THE TAX REFORM program’s fuel excise tax produced a “minimal increase” in poverty incidence while increasing economic activity, the Philippine Institute for Development Studies (PIDS) said, citing the results of its research studies.
The government think tank said it studied the impact on employment and poverty of the higher excise tax, which was authorized by the first package of the Tax Reform for Acceleration and Inclusion (TRAIN) law, which took effect in January last year.
The tax law faced stiff opposition, including from legislators who claimed the increase in fuel prices will make everyday commodities more costly for the poor.
“The results show that although excise taxes on fuel products entailed a minimal increase in poverty incidence, the first package of TRAIN increased poverty among households and individuals and across all sectors considered. This was due to the increase in commodity prices that offset the increase in factor incomes,” according to the study, “Impacts of TRAIN fuel excise taxes on employment and poverty.”
The study evaluated the impact on households, individuals, women, fisherfolk, transport workers and farmers. It found that the “most affected were farmers and transport workers where poverty incidence rose by 0.26 and 0.32 percentage points, respectively.
“The increase in commodity prices offset the increase in factor prices causing losses in the real value of household incomes. This resulted in more members of the sectors falling into poverty, although the most affected were the fisherfolk and farmers,” it explained.
However, it noted that the unconditional cash transfers mitigated the poverty-inducing impact of the law especially in the case of transport workers.
The “net effect of TRAIN 1” had a positive impact on employment as job numbers grew, while the decline in jobs in industrial activities was offset by the higher employment in agriculture activities, it said.
“Although overall employment may still increase, the transition from one (form of) work to another may become costly for some workers. This makes active labor market policies (more critical), such as direct employment creation, as in infrastructure, and passive labor market policies especially those that link workers to available work useful in minimizing the welfare loss of workers,” it added.
“Employment and poverty are among the most important development issues and keeping track of how these indicators react to economic shocks is imperative in policy discussions,” it said.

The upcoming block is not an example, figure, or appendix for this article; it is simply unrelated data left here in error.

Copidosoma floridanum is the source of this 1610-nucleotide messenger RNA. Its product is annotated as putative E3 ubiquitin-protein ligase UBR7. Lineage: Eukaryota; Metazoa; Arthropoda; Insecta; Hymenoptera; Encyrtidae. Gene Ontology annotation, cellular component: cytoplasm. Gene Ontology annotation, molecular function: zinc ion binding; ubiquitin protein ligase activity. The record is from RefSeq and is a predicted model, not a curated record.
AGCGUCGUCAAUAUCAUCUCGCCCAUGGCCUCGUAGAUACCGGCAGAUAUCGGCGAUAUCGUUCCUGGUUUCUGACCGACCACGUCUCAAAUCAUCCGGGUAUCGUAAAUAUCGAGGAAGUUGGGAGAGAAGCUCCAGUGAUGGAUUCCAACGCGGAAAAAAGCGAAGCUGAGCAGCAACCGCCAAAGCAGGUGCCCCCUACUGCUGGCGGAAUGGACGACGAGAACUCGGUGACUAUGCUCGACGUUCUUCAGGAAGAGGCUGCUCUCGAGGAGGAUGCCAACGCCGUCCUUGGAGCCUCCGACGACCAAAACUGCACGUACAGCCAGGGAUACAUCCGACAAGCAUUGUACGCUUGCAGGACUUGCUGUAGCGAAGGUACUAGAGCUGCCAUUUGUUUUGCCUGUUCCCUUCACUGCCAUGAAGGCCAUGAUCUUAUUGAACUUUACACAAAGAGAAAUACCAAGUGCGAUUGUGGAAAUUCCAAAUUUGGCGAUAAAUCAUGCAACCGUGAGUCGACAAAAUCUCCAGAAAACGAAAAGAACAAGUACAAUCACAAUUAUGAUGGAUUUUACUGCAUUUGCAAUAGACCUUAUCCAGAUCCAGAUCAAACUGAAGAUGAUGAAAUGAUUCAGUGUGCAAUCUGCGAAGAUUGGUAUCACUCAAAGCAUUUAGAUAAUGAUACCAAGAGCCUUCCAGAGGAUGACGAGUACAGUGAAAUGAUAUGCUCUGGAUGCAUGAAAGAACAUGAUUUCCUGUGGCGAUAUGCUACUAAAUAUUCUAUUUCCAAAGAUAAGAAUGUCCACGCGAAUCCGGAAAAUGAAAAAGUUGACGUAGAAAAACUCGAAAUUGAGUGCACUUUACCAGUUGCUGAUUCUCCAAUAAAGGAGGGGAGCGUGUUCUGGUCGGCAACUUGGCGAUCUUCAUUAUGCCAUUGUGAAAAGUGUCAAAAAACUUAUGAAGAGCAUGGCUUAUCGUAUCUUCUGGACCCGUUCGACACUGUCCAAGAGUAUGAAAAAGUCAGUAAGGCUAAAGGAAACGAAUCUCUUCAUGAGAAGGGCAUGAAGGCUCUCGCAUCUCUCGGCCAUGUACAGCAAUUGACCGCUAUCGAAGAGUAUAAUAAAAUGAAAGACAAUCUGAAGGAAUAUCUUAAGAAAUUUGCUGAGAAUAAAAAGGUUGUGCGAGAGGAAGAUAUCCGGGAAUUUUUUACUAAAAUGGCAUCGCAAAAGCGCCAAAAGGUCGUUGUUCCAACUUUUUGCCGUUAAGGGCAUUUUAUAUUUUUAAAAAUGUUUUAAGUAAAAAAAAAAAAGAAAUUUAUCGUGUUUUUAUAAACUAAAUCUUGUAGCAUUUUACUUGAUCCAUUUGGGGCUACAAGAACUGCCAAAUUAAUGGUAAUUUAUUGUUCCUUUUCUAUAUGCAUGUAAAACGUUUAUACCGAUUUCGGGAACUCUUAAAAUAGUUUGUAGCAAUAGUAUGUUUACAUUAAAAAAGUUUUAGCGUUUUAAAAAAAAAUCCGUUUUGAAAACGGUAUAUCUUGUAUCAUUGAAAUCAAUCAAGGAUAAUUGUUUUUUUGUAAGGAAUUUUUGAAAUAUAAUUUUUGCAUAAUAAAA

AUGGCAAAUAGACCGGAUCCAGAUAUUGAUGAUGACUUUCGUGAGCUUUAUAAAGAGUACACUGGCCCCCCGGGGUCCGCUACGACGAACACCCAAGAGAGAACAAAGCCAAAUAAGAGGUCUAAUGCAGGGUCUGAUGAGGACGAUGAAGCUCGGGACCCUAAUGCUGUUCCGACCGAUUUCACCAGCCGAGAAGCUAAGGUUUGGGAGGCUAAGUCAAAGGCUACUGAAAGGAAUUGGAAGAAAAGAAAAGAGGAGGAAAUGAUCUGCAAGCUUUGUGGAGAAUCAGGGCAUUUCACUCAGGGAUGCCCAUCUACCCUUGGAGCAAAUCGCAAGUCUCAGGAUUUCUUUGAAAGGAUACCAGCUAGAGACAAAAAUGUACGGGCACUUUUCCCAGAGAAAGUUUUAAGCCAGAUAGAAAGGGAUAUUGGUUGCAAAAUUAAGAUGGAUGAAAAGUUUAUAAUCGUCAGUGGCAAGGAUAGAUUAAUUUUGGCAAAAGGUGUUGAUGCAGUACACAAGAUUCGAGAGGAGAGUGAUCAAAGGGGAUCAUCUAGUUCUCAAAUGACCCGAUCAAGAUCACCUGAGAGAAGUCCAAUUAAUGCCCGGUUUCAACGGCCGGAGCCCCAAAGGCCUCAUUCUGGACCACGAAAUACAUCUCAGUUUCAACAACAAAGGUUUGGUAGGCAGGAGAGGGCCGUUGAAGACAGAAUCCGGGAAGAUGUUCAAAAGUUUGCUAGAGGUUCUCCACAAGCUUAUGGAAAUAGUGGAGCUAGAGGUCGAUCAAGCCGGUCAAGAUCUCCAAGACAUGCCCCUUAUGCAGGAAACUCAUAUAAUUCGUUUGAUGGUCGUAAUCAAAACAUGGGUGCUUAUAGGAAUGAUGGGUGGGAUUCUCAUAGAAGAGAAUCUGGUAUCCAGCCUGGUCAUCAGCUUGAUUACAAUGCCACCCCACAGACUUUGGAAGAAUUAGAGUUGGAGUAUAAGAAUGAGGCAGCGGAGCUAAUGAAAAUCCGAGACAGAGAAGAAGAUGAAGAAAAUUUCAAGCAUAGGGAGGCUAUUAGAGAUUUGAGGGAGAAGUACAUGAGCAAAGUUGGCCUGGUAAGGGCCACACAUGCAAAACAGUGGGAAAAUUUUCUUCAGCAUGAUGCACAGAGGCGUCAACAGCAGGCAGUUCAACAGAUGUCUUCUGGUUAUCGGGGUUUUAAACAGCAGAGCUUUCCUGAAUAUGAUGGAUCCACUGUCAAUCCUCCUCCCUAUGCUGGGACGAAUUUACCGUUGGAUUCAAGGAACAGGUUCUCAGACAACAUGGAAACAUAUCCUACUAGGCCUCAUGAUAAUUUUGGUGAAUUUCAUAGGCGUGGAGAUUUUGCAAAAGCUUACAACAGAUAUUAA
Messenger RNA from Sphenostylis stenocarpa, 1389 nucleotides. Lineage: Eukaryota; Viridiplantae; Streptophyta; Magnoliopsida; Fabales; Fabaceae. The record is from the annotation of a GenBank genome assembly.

In a separate study, PIDS said that higher taxes on petroleum and coal boosted domestic output in most industries which increased economic activity overall.
“This is due to the increased economic activity following increased consumption brought about by lower income tax rates, especially among the highest income deciles,” according to the study, “Effects of TRAIN fuel excise taxes on goods and prices.”
However, it came at the “expense of the marginalized groups” and raised energy and carbon emissions across the country.
“The increased economic activity, however, would come at the expense of the welfare of marginalized groups and increased energy and carbon emissions… Given that the contribution of non-fossil fuel sources of power is significantly low, any short-term increase in economic activity would favor the growth of sources of electricity that are based on oil, gas, and coal,” it said.
The study also proposed that the government further consider the impact of policy reform on low-income segments.
“While the goal of the TRAIN as a tax reform law is very commendable, which is to raise public revenue to improve the delivery of basic services and improve social and economic outcomes in the future, there are considerations that the government should make in designing tax policy. One would be the impact of the policy reform on the welfare of the poorer sectors in the country and the other would be to be able to take into consideration the impact on the targets that the Philippines must observe in terms of emissions,” it added. — Beatrice M. Laforga
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